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Fluid-structure coupled problem

This problem involves the Lamé system of elasticity and the Stokes system for viscous fluids with velocity \(\mathbf{u}\) and pressure \(p\):

\[\begin{split}\begin{array}{rcll} -\Delta\mathbf{u} + \mathbf{\nabla} p &=& 0 & \hbox{ in }\Omega\\ \nabla\cdot\mathbf{u} &=& 0 & \hbox{ in }\Omega\\ \mathbf{u} &=& \mathbf{u}_\Gamma & \hbox{ on }\Gamma=\partial\Omega \end{array}\end{split}\]

where \(u_\Gamma\) is the velocity of the boundaries. The force that the fluid applies to the boundaries is the normal stress

\[\mathbf{h} =(\nabla\mathbf{u} +\nabla\mathbf{u}^T)\mathbf{n} -p\mathbf{n}\]

Elastic solids subject to forces deform: a point in the solid at (x,y) goes to (X,Y) after. When the displacement vector \(\mathbf{v}=(v_1,v_2) = (X-x, Y-y)\) is small, Hooke’s law relates the stress tensor \(\sigma\) inside the solid to the deformation tensor \(\epsilon\):

\[\sigma_{ij} = \lambda \delta_{ij} \nabla.\mathbf{v} + 2\mu\epsilon_{ij}, \, \epsilon_{ij} = {1\over 2}({\partial v_i\over\partial x_j} + {\partial v_j\over\partial x_i} )\]

where \(\delta\) is the Kronecker symbol and where \(\lambda\), \(\mu\) are two constants describing the material mechanical properties in terms of the modulus of elasticity, and Young’s modulus.

The equations of elasticity are naturally written in variational form for the displacement vector \(v(x)\in V\) as:

\[\int_\Omega \left[2\mu\epsilon_{ij}(\mathbf{v})\epsilon_{ij}(\mathbf{w}) +\lambda \epsilon_{ii}(v)\epsilon_{jj}(\mathbf{w})\right] =\int_\Omega \mathbf{g}\cdot \mathbf{w} +\int_\Gamma \mathbf{h}\cdot \mathbf{w},%\`{u} \forall \mathbf{w}\in V\]

The data are the gravity force \(\mathbf{g}\) and the boundary stress \(\mathbf{h}\).

Tip

Fluide-structure In our example, the Lamé system and the Stokes system are coupled by a common boundary on which the fluid stress creates a displacement of the boundary and hence changes the shape of the domain where the Stokes problem is integrated. The geometry is that of a vertical driven cavity with an elastic lid. The lid is a beam with weight so it will be deformed by its own weight and by the normal stress due to the fluid reaction. The cavity is the \(10 \times 10\) square and the lid is a rectangle of height \(l=2\).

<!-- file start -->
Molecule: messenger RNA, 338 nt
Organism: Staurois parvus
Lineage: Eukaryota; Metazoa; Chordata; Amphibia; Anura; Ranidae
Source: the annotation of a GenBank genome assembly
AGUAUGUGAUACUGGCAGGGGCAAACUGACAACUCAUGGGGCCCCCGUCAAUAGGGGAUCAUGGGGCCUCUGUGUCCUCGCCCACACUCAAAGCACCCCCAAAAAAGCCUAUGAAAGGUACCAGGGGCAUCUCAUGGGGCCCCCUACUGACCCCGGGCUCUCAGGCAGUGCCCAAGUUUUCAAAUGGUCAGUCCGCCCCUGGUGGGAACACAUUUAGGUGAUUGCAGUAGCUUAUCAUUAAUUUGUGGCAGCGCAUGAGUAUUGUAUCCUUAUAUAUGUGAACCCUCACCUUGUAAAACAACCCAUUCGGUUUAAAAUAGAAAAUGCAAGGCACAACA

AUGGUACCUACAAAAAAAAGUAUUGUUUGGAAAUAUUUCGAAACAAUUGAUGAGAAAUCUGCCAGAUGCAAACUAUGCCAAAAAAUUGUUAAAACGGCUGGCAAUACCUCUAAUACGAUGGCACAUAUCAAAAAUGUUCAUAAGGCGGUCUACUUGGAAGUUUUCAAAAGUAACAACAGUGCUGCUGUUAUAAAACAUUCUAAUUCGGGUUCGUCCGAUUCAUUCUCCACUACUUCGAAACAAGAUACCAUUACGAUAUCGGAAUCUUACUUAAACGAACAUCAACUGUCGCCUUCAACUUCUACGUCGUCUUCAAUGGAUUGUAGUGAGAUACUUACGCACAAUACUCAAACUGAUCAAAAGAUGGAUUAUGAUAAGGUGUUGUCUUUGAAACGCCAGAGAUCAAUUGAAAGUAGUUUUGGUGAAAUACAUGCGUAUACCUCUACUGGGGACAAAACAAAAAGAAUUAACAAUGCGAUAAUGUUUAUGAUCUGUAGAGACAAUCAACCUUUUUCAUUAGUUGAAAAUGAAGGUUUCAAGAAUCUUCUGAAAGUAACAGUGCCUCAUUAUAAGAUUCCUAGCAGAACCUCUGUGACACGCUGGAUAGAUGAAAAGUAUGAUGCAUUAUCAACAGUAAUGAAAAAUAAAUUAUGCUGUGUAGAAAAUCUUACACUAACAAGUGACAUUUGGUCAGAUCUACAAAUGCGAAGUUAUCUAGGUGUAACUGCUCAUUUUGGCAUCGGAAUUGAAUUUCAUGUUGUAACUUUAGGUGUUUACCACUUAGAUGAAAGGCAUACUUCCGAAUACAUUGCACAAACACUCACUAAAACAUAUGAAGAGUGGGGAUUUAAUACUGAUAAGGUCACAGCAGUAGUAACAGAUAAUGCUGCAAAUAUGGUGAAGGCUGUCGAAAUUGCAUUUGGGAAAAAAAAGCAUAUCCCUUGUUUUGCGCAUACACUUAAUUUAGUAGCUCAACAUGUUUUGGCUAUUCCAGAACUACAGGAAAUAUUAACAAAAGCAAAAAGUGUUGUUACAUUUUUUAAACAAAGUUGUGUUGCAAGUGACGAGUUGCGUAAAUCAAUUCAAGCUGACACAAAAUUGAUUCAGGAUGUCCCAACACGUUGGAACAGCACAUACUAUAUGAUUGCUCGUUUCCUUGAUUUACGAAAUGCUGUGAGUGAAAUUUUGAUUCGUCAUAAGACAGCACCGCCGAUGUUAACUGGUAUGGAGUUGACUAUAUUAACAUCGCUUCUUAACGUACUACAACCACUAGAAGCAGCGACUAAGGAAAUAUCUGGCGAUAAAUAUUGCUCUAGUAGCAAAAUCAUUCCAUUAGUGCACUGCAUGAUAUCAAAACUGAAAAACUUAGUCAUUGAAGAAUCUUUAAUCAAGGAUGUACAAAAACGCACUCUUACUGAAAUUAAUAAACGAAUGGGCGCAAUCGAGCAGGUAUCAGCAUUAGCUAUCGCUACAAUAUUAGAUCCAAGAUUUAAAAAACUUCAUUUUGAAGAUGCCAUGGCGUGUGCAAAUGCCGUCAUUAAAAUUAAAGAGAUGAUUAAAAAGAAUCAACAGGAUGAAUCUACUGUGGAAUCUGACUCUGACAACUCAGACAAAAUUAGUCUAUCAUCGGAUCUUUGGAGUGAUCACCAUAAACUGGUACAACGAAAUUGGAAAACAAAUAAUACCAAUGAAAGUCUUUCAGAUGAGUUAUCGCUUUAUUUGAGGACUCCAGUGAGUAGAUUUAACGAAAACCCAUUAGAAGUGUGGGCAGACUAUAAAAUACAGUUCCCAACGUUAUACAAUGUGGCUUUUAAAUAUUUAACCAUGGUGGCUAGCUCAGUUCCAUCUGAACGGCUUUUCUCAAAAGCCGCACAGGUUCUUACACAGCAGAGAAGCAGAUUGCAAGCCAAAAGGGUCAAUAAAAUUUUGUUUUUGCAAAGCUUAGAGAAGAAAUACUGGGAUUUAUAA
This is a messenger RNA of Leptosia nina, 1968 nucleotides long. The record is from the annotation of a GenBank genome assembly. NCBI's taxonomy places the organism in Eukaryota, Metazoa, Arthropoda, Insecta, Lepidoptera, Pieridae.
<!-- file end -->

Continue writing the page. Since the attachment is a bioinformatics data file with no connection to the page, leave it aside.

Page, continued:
A beam sits on a box full of fluid rotating because the left vertical side has velocity one. The beam is bent by its own weight, but the pressure of the fluid modifies the bending.

The bending displacement of the beam is given by \((uu, vv)\) whose solution is given as follows.

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// Parameters
int bottombeam = 2; //label of bottombeam
real E = 21.5;
real sigma = 0.29;
real gravity = -0.05;
real coef = 0.2;

// Mesh (solid)
border a(t=2, 0){x=0; y=t; label=1;}
border b(t=0, 10){x=t; y=0; label=bottombeam;}
border c(t=0, 2){x=10; y=t; label=1;}
border d(t=0, 10){x=10-t; y=2; label=3;}
mesh th = buildmesh(b(20) + c(5) + d(20) + a(5));

// Fespace (solid)
fespace Vh(th, P1);
Vh uu, w, vv, s;

// Macro
real sqrt2 = sqrt(2.);
macro epsilon(u1, u2) [dx(u1), dy(u2), (dy(u1)+dx(u2))/sqrt2] //
macro div(u1, u2) (dx(u1) + dy(u2)) //

// Problem (solid)
real mu = E/(2*(1+sigma));
real lambda = E*sigma/((1+sigma)*(1-2*sigma));
solve Elasticity([uu, vv], [w, s])
    = int2d(th)(